South Africa


German MP pledges help to #UniteBehind in bid to litigate over ‘tall trains’

German MP pledges help to #UniteBehind in bid to litigate over ‘tall trains’
#UniteBehind has demanded that German companies involved in State Capture be held accountable by the German government.

While minimal effort has been expended to recoup losses incurred by State Capture, especially at the Passenger Rail Agency of South Africa, there is another aspect to this: There is little accountability for international companies who benefited from the looting of the entity

A member of the German Bundestag, Fabio De Masi, has pledged to help #UniteBehind in its quest to have Vossloh España held accountable for its involvement in the “tall trains” saga. De Masi, an MP with Die Linke (The Left) party within the German Parliament, met for talks with #UniteBehind on 27 February 2020 in Cape Town. 

#UniteBehind on Thursday held a media workshop on State Capture and its #FixOurTrains campaign, followed by a media briefing with De Masi. 

The meeting was a direct result of a picket held at the German Consulate in July 2019 at which #UniteBehind demanded that German companies involved in State Capture be held accountable by the German government. One such company is Vossloh España, a manufacturing company that gained infamy through the Prasa “too tall trains” saga.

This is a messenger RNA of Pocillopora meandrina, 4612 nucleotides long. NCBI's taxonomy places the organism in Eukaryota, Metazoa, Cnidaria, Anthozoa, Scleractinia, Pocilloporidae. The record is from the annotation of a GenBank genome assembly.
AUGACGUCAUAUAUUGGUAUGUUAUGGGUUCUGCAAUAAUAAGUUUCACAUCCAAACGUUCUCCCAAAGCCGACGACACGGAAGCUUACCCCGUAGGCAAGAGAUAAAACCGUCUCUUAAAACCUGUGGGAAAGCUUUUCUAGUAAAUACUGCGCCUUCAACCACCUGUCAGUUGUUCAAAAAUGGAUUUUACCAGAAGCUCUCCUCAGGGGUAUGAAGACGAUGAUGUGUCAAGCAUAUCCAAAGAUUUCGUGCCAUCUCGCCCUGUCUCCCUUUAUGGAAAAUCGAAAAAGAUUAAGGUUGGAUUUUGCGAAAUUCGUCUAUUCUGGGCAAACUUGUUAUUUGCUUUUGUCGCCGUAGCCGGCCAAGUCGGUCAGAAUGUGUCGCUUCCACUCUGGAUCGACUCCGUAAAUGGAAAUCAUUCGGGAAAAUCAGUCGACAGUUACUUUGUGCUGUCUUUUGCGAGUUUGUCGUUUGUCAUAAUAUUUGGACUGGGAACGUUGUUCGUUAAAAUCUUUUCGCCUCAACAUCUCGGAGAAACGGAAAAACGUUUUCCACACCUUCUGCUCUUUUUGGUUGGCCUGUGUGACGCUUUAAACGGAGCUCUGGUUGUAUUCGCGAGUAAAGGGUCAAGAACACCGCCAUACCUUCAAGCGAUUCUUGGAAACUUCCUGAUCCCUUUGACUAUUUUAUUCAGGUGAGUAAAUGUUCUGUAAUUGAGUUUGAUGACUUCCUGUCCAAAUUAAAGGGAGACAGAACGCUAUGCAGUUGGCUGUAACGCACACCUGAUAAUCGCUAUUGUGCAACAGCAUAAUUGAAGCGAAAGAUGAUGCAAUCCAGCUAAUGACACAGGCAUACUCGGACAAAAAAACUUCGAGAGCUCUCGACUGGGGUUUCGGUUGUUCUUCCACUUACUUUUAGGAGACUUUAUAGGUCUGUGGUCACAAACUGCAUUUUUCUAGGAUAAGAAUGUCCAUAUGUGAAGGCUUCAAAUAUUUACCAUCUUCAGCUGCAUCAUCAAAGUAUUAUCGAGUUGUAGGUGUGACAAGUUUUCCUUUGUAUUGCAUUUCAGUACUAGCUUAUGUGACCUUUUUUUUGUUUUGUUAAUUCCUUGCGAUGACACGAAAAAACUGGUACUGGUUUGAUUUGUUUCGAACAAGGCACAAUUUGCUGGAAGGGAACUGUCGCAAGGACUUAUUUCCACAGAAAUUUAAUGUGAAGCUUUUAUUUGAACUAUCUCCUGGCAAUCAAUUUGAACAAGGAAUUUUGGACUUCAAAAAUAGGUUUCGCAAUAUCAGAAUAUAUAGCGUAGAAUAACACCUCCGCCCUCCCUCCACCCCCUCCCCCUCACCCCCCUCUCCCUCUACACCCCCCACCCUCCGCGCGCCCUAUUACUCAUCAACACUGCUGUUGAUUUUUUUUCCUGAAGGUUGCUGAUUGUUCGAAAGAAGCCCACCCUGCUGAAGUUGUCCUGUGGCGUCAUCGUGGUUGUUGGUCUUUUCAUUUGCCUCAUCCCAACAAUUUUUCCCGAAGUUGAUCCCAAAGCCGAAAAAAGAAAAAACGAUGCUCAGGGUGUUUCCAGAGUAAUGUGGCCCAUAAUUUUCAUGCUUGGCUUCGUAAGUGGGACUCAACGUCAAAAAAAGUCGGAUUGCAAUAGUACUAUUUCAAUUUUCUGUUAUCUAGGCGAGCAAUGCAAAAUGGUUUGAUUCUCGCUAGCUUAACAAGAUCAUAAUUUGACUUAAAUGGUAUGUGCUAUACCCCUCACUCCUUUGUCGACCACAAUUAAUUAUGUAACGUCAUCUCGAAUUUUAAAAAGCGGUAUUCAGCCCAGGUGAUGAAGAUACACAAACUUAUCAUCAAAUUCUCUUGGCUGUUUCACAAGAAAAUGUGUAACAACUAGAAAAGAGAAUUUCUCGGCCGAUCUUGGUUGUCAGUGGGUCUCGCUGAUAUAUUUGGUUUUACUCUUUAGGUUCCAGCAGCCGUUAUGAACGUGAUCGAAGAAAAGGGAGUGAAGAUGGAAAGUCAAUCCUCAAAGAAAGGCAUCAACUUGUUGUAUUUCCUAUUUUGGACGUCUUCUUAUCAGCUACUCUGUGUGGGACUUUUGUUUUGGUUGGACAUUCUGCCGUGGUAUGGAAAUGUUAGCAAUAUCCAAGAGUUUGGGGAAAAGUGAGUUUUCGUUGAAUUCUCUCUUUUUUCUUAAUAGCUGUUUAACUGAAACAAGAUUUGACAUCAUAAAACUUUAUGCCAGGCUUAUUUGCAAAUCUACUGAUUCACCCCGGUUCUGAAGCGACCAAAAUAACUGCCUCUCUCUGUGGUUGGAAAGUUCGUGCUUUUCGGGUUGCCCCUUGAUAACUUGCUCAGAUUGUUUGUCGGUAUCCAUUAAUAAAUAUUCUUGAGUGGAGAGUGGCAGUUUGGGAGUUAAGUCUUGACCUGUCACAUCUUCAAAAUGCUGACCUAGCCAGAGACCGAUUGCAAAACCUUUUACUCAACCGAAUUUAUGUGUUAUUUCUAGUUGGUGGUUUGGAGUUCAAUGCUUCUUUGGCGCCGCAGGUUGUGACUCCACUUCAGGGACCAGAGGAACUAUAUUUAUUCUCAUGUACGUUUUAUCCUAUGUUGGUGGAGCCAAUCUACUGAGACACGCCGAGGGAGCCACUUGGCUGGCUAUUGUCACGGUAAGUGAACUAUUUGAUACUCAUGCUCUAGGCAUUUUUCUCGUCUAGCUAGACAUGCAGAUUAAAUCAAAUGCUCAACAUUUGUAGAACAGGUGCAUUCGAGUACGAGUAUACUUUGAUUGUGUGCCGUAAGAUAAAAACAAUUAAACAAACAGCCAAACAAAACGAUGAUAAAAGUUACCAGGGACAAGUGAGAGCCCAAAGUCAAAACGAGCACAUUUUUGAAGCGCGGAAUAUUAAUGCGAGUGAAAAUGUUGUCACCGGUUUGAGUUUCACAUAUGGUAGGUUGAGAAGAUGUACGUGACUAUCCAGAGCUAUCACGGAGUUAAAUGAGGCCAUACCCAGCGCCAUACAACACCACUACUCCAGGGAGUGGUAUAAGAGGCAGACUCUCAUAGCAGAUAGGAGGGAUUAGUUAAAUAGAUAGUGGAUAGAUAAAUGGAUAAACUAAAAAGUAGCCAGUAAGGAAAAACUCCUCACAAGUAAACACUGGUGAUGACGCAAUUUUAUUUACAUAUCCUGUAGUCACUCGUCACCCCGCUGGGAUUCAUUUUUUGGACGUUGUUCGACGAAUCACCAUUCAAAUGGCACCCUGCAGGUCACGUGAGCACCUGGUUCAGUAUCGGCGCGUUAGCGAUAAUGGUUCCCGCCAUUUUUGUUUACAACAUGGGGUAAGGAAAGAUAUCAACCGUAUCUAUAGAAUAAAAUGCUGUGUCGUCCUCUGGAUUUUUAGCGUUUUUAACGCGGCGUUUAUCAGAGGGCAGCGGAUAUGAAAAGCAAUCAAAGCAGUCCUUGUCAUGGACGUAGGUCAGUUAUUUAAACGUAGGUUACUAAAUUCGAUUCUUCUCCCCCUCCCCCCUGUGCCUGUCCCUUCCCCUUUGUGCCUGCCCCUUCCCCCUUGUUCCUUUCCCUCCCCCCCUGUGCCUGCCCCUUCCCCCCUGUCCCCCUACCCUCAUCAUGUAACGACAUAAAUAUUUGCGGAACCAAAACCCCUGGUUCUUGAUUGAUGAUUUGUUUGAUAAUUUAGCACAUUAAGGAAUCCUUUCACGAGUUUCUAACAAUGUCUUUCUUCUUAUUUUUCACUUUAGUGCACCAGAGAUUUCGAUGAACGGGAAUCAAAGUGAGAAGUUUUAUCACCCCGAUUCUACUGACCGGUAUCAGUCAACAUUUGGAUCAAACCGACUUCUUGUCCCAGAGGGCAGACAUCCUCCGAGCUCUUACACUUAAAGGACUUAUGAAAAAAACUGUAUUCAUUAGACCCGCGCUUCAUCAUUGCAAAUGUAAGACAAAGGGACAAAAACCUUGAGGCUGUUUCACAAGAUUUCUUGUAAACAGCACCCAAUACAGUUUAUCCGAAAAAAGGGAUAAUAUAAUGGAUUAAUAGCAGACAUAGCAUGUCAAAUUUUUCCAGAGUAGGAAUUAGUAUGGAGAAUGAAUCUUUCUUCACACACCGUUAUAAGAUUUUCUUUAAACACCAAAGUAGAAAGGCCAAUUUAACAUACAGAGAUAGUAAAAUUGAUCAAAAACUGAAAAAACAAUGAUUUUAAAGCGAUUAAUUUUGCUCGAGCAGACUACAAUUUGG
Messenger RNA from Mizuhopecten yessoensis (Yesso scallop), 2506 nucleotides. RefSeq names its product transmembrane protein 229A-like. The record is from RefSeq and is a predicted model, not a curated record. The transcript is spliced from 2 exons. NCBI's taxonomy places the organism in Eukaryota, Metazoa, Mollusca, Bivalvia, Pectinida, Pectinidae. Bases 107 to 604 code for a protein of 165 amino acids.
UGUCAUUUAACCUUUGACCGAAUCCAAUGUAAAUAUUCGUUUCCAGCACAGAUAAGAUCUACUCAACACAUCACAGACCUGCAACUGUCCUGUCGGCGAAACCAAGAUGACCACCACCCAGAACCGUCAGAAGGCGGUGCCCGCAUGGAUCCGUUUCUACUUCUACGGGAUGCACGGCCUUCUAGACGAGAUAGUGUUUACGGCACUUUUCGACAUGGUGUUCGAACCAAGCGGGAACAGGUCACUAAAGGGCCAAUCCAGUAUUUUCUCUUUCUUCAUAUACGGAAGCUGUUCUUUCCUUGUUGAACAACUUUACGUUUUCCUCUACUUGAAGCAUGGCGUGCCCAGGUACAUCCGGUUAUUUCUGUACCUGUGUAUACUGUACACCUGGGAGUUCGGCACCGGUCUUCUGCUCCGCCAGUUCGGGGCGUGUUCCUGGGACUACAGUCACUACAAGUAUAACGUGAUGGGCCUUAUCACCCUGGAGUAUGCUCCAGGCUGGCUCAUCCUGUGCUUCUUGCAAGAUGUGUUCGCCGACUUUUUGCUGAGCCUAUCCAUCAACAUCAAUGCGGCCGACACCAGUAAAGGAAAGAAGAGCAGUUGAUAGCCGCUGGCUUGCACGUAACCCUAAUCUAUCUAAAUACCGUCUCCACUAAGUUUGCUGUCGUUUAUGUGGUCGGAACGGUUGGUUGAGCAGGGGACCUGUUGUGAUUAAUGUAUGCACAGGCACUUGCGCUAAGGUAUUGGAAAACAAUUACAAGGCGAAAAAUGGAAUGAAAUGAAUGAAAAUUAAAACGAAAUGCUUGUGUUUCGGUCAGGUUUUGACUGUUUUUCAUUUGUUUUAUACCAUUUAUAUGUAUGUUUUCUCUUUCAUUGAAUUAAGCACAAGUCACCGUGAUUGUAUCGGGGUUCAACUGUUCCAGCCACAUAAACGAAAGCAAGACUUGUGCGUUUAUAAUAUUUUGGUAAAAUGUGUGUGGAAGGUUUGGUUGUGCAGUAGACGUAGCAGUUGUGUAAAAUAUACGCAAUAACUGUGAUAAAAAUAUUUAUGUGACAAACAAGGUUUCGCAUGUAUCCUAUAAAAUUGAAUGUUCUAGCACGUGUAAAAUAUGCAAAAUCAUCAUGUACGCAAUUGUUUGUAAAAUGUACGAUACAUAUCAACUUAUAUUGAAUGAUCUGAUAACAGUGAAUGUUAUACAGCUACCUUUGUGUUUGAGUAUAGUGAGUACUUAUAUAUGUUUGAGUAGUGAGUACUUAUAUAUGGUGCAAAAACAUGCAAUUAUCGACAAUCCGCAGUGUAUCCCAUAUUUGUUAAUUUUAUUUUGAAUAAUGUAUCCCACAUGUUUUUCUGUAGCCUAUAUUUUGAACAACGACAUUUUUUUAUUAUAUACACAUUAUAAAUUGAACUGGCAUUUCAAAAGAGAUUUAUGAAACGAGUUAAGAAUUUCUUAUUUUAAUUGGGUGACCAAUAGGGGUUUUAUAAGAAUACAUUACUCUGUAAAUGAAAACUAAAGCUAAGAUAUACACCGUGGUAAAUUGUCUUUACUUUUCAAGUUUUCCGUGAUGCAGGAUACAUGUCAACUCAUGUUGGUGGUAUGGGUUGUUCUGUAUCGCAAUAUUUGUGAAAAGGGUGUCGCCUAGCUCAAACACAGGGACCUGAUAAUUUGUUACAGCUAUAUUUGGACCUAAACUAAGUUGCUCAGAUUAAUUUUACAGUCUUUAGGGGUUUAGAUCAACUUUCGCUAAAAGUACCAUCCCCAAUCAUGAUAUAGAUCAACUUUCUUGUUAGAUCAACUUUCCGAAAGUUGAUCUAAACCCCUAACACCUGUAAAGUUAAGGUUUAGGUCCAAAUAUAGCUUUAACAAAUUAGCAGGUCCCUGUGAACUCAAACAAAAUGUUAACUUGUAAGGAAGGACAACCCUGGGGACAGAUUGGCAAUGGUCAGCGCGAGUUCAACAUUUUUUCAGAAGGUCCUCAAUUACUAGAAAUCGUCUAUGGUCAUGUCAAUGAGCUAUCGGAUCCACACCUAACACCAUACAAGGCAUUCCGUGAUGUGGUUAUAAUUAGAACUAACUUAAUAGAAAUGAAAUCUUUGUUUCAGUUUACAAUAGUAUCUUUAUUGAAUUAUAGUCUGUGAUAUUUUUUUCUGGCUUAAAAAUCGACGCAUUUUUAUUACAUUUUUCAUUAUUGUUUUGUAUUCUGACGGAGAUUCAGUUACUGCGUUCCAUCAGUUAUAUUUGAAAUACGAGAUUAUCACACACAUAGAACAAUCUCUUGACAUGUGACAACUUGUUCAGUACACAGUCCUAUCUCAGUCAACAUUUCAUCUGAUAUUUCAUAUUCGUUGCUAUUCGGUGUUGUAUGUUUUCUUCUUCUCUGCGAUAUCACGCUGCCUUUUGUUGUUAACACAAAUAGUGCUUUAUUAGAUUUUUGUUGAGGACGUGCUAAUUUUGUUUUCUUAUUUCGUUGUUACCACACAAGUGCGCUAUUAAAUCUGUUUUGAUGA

In 2013, South African company Swifambo Rail Leasing acted as a middleman for Vossloh, which won a tender worth R3.5-billion to provide 70 new locomotives. But when 13 of the locomotives arrived in South Africa, the trains were too tall for use on the SA rail network and could not be used — but Prasa still ended up paying R2.3-billion for the locomotives.

Vossloh no longer exists — following the tall trains disaster, it was bought by Stadler Rail, a Swiss rolling stock manufacturer. Swifambo went into liquidation in 2017.

Following the July 2019 picket, letters were written to the German ambassador a meeting with him followed. It was then that De Masi picked up on the issue and submitted questions to the German Federal Ministry of Justice and Consumer Protection. De Masi’s original parliamentary question was reported on at the time by Daily Maverick. 

There was little De Masi could do then, as the South African government had not asked for cross-border legal assistance, he explained. 

De Masi said while there was still little he could do at the moment, he could collaborate in a lawsuit with #UniteBehind in Germany, although he was an economist and MP, not a lawyer. But, he said, “if we find a way to lay charges… I won’t shy away from going the legal route. I will not let this company off the hook along with my comrades here”.

De Masi has previous experience with the Cape Town rail system, having studied for an economics degree at the University of Cape Town, where he would use taxis to get around, but would use the trains to get to places such as Fish Hoek and Muizenberg. 

“By prosecuting Vossloh, the South African people would have the funds to invest in rail,” he told Daily Maverick at the briefing. About travelling by train in the country, especially Cape Town, on this visit, he said that the German embassy is “over-cautious at times… the German embassy advised us not to use the trains” DM


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